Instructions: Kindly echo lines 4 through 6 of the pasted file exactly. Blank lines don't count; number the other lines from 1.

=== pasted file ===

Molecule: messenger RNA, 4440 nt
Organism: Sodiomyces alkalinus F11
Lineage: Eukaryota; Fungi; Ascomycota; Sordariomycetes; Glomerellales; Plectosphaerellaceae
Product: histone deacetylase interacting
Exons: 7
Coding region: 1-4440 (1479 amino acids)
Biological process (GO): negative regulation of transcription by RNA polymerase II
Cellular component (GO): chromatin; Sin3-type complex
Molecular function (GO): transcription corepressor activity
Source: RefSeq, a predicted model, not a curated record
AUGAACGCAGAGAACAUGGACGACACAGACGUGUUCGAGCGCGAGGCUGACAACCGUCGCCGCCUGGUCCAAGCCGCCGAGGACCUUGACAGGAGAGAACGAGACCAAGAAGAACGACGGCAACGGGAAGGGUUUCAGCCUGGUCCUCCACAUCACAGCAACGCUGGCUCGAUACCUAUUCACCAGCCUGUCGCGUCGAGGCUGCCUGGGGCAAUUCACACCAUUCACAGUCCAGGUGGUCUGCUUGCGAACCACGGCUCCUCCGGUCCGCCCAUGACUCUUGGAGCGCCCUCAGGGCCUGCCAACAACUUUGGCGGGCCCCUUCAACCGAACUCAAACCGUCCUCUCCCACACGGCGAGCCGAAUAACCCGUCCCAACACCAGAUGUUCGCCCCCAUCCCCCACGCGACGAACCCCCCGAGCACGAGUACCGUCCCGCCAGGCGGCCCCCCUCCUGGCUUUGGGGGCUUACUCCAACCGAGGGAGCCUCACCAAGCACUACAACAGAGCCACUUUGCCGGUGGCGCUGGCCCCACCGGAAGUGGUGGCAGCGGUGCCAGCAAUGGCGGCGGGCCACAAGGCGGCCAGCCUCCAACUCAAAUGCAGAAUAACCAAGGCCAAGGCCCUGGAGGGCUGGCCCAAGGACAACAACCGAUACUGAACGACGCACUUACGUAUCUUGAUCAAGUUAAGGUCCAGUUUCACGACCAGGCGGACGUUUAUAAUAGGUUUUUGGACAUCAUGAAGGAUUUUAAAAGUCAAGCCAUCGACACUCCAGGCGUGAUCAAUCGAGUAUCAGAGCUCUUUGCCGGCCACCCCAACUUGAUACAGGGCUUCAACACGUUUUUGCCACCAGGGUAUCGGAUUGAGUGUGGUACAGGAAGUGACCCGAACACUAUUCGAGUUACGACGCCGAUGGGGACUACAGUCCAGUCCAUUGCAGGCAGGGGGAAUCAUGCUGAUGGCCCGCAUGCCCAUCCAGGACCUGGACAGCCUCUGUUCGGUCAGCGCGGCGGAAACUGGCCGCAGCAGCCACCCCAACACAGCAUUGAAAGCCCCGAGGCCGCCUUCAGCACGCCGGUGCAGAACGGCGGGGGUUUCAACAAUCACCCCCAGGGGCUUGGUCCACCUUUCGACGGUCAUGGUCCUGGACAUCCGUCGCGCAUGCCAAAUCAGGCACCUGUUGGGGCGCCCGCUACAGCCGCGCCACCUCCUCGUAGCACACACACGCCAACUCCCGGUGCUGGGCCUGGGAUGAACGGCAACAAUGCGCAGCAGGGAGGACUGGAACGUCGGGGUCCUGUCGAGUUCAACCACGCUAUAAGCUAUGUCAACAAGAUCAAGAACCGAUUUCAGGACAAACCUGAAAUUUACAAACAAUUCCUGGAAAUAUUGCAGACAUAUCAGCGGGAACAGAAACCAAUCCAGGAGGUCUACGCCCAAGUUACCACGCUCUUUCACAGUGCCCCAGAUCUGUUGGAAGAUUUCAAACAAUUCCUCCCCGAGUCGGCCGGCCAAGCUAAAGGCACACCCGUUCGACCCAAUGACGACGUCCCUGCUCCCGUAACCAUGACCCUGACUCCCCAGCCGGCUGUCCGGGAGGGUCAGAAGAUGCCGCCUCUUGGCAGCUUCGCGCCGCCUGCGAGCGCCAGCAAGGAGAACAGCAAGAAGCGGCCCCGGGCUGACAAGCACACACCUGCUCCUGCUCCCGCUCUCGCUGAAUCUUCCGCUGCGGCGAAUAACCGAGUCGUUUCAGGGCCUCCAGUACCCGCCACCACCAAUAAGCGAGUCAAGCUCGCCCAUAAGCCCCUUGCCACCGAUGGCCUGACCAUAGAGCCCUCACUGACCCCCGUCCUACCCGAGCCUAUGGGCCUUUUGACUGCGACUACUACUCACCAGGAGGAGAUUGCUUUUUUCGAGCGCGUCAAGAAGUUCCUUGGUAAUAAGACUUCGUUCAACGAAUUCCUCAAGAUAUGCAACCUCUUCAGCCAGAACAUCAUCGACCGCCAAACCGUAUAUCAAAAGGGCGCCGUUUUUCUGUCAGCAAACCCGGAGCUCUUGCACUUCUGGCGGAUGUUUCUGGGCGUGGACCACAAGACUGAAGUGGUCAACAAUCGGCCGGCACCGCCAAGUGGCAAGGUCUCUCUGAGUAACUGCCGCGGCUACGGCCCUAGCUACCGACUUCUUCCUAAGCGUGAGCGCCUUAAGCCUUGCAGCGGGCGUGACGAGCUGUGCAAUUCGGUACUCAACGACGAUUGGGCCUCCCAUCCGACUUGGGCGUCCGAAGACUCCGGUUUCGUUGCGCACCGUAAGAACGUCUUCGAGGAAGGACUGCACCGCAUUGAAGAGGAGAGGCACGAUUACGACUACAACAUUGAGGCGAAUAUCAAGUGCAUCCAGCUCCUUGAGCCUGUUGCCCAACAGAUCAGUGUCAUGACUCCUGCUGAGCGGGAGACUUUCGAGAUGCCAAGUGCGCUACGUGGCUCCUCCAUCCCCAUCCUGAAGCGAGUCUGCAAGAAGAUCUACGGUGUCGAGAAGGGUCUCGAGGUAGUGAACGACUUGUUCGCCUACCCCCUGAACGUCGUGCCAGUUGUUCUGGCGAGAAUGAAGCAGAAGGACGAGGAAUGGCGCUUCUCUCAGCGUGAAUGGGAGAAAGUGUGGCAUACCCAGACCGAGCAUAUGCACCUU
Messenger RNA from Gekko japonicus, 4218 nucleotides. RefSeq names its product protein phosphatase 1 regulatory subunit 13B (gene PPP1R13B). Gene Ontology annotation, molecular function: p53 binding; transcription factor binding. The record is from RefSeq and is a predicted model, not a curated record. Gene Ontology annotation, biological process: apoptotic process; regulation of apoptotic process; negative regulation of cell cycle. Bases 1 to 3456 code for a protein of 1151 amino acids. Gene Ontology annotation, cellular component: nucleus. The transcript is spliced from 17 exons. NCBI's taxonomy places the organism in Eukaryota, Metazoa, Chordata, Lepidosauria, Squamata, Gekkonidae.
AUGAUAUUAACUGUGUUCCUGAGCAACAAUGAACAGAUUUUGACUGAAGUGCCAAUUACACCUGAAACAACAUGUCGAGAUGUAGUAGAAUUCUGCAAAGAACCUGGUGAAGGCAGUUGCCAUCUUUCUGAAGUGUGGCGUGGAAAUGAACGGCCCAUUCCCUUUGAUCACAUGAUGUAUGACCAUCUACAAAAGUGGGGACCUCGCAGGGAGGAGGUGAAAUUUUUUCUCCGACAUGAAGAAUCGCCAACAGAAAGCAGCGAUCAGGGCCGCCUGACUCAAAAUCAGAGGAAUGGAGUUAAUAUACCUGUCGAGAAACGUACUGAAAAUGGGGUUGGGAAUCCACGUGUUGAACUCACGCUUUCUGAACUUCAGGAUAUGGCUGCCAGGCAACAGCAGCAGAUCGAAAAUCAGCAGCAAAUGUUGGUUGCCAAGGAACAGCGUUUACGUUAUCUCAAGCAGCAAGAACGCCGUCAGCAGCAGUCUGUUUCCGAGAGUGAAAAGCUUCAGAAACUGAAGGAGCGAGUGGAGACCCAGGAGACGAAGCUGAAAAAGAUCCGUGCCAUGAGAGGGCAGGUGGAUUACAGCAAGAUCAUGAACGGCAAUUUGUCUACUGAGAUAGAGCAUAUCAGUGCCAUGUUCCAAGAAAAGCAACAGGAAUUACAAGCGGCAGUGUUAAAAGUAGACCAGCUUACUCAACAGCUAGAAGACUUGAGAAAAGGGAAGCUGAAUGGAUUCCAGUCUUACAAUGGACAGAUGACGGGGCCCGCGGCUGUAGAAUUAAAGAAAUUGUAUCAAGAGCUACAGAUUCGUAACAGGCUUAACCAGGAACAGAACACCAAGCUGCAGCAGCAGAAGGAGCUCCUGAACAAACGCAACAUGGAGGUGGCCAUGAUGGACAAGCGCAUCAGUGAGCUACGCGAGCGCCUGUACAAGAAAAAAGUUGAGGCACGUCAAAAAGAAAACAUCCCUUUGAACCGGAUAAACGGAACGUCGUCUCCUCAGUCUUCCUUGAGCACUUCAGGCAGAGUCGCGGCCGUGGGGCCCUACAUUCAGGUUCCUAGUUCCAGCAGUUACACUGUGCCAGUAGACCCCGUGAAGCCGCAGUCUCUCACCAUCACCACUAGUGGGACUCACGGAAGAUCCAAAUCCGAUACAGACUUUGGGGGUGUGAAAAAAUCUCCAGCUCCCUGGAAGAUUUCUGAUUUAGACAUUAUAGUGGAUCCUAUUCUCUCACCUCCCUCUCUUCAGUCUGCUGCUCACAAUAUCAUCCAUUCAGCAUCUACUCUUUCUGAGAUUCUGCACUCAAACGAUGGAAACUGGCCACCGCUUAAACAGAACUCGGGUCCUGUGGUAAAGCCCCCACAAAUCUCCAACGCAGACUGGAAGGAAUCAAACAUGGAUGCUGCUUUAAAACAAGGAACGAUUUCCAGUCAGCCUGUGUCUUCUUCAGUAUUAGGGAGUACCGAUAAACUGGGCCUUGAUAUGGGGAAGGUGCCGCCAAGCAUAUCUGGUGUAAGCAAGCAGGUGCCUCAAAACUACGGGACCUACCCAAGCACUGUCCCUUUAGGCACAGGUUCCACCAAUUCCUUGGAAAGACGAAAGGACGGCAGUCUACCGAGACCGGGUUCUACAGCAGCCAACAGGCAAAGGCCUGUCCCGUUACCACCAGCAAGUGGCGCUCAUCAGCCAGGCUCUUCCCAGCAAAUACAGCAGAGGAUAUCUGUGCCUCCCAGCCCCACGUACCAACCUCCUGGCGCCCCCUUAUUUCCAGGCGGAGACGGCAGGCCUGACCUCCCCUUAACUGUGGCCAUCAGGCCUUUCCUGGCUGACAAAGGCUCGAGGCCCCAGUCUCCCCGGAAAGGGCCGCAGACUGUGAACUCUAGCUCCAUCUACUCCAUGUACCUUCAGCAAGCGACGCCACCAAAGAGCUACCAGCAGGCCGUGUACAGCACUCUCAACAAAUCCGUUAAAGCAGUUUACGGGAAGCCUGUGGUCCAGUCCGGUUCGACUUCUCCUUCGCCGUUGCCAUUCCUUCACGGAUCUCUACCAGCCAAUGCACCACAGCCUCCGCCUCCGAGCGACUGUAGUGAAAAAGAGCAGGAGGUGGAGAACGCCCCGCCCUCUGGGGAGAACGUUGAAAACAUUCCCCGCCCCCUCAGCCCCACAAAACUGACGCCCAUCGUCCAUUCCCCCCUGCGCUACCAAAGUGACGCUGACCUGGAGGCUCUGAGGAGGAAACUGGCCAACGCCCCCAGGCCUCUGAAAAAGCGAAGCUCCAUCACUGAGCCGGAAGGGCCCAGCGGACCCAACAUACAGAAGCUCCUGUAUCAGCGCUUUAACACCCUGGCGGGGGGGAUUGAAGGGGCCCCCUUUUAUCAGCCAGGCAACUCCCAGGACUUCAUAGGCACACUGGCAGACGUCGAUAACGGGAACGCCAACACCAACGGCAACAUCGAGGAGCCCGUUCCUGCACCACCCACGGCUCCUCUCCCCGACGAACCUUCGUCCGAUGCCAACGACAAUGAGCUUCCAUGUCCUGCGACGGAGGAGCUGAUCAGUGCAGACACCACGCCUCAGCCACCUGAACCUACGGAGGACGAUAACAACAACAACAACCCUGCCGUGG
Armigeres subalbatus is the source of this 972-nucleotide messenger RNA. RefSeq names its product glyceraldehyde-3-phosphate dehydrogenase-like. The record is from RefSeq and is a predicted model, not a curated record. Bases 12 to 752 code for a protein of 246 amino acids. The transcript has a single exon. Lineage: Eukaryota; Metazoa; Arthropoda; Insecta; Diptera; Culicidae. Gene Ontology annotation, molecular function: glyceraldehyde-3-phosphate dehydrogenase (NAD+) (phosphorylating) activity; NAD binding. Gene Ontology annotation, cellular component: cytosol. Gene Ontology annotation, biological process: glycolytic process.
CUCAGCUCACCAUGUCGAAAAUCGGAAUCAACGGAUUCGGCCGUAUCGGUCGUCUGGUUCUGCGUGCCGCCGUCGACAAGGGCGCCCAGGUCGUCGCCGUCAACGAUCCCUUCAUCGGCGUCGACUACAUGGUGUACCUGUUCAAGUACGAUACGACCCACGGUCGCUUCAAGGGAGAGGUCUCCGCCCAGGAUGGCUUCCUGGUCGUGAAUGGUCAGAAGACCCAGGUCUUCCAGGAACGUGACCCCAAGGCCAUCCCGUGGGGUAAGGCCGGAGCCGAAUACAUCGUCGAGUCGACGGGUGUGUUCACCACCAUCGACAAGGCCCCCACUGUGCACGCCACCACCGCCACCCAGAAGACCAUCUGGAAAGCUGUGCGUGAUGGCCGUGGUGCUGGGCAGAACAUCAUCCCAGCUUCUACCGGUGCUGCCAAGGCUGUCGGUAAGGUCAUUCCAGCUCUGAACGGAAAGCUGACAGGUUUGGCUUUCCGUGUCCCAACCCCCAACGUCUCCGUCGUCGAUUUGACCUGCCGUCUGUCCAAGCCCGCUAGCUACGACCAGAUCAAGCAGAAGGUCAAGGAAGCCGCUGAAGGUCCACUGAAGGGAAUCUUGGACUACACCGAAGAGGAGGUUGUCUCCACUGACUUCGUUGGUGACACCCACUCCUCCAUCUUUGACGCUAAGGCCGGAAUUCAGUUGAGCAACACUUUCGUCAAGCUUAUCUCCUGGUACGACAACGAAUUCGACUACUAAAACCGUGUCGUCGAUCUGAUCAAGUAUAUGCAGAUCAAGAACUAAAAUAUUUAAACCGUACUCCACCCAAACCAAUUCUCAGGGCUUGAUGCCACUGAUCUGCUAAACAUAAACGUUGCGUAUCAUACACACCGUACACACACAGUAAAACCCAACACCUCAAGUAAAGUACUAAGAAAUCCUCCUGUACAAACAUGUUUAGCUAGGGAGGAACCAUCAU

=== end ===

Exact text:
Product: histone deacetylase interacting
Exons: 7
Coding region: 1-4440 (1479 amino acids)